The following is an excerpt from Writing as a Path to Awakening: A Year to Becoming an Excellent Writer and Living an Awakened Life
September 2017 Sounds True Publishing
©2017 Albert Flynn DeSilver
As we sink into the depths of summer—guided by the muse, buoyed by our audacity to take the creative-spiritual plunge in the first place—we deepen our commitment by being devoted. We are devoted not only to practice and process, but to self-inquiry—devoted not only to writing, but to the full exploration of our creative and spiritual potential.
Many years ago I served as a campground host at a remote state park cabin on a rugged section of the lost coast in Northern California. It was a time of wonderful solitude, creativity, and connection with the natural world. One evening around sunset I set off for a hike toward Chemise Mountain, a giant uplifted chunk of greywacke sandstone with a virtually sheer western face dropping a thousand feet straight down to the Pacific Ocean. On the way up I strolled through grassy meadows clumped with lavender iris and past a favorite weathered-to-bright-bone Eucalyptus that refused to fall. Then I hiked along the volcanic sea walls of Whale Gulch and wove my way through a dappled forest of alders. Up and up I hiked along the narrow trail until I found myself at the top of that cliff edge a thousand feet above the ocean. The waves crashed far below. I felt them thrumming though my body with the muffled roar of thunder, their tiny foam doilies shifting across the beach far below. I came around a soft bend in the trail and there facing me was a huge male Tule elk with a rack of antlers like the majestic reach of a old-growth oak. Our eyes met. We stared each other down, frozen in time, suspended in the salt air in a kind of magical embrace, species to species. I’m not sure how long we stayed like that, but it felt like a brilliant sliver of eternity.
At that moment, my heart burst open, my senses amplified—I noticed the horizon line and how it halved the elk, how the evening light grazed his wet nose, the musky scent of his sweat. I stepped forth in a daze, my surroundings glowing as he unceremoniously wandered off into the brush. The ocean rushed my eyes and receded, the redwoods laughed, the clouds breathed in sync with my lungs, the alder leaves shimmered electric green and began to giggle. “Who need be afraid of the merge?” boomed Walt Whitman, echoing in the air like an omniscient god. I looked around to see if anyone else heard it. There was no one else. And so, in that moment I surrendered into the whole weird magical brilliance of the experience—tears glistening at the corners of my eyes. At that moment, the self I knew as Albert merged into elk and alder, ocean and sky. I became awake to the immense presence and infinite beauty of this wild and mysterious world, and realized, yes, I am that!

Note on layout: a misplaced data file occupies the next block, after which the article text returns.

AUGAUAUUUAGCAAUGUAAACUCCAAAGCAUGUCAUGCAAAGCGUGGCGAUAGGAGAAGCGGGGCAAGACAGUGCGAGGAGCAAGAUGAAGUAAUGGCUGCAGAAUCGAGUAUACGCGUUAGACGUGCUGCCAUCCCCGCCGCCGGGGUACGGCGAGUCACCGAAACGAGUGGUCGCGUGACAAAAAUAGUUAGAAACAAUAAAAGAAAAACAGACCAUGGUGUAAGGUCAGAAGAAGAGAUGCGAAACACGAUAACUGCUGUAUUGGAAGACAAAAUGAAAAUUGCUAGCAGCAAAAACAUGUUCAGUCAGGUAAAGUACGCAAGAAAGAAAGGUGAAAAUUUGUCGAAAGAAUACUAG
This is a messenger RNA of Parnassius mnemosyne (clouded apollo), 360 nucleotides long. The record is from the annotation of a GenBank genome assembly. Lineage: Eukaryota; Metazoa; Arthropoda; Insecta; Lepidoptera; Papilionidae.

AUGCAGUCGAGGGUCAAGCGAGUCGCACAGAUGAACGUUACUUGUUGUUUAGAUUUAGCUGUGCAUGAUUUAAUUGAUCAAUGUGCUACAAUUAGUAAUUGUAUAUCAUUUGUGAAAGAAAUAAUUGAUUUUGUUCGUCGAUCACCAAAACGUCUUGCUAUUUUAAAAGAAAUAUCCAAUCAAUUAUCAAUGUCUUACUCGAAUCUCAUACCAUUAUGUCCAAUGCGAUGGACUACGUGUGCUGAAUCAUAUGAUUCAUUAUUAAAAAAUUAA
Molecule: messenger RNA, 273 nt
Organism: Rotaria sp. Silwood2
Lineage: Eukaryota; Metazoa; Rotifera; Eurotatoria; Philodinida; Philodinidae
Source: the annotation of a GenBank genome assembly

About the Author: Albert Flynn DeSilver is an American poet, memoirist, novelist, speaker, and workshop leader. He received a BFA in photography from the University of Colorado in 1991 and an MFA in New Genres from the San Francisco Art Institute in 1995. Albert served as Marin County California’s very first Poet Laureate from 2008-2010. His work has appeared in more than 100 literary journals worldwide including ZYZZYVA, New American Writing, Hanging Loose, Jubilat, Exquisite Corpse, Jacket(Australia), Poetry Kanto (Japan), Van Gogh’s Ear (France), and many others. He is the author of several books of poems and the memoir “Beamish Boy,” which Kirkus Reviews called “a beautifully written memoir, poignant and inspirational.” His nonfiction book, “Writing as a Path to Awakening: A Year to Becoming an Excellent Writer and Living an Awakened Life,” based on his popular writing workshops by the same name was published by Sounds True in 2017. Albert is also a speaker and trainer having shared the stage with U.S poet laureate Kay Ryan, Cheryl Strayed, Elizabeth Gilbert, Maxine Hong Kingston and many others. He teaches writing and mindfulness workshops at The Omega Institute, The Esalen Institute, Spirit Rock Meditation Center and literary conferences nationally. He lives in Northern California.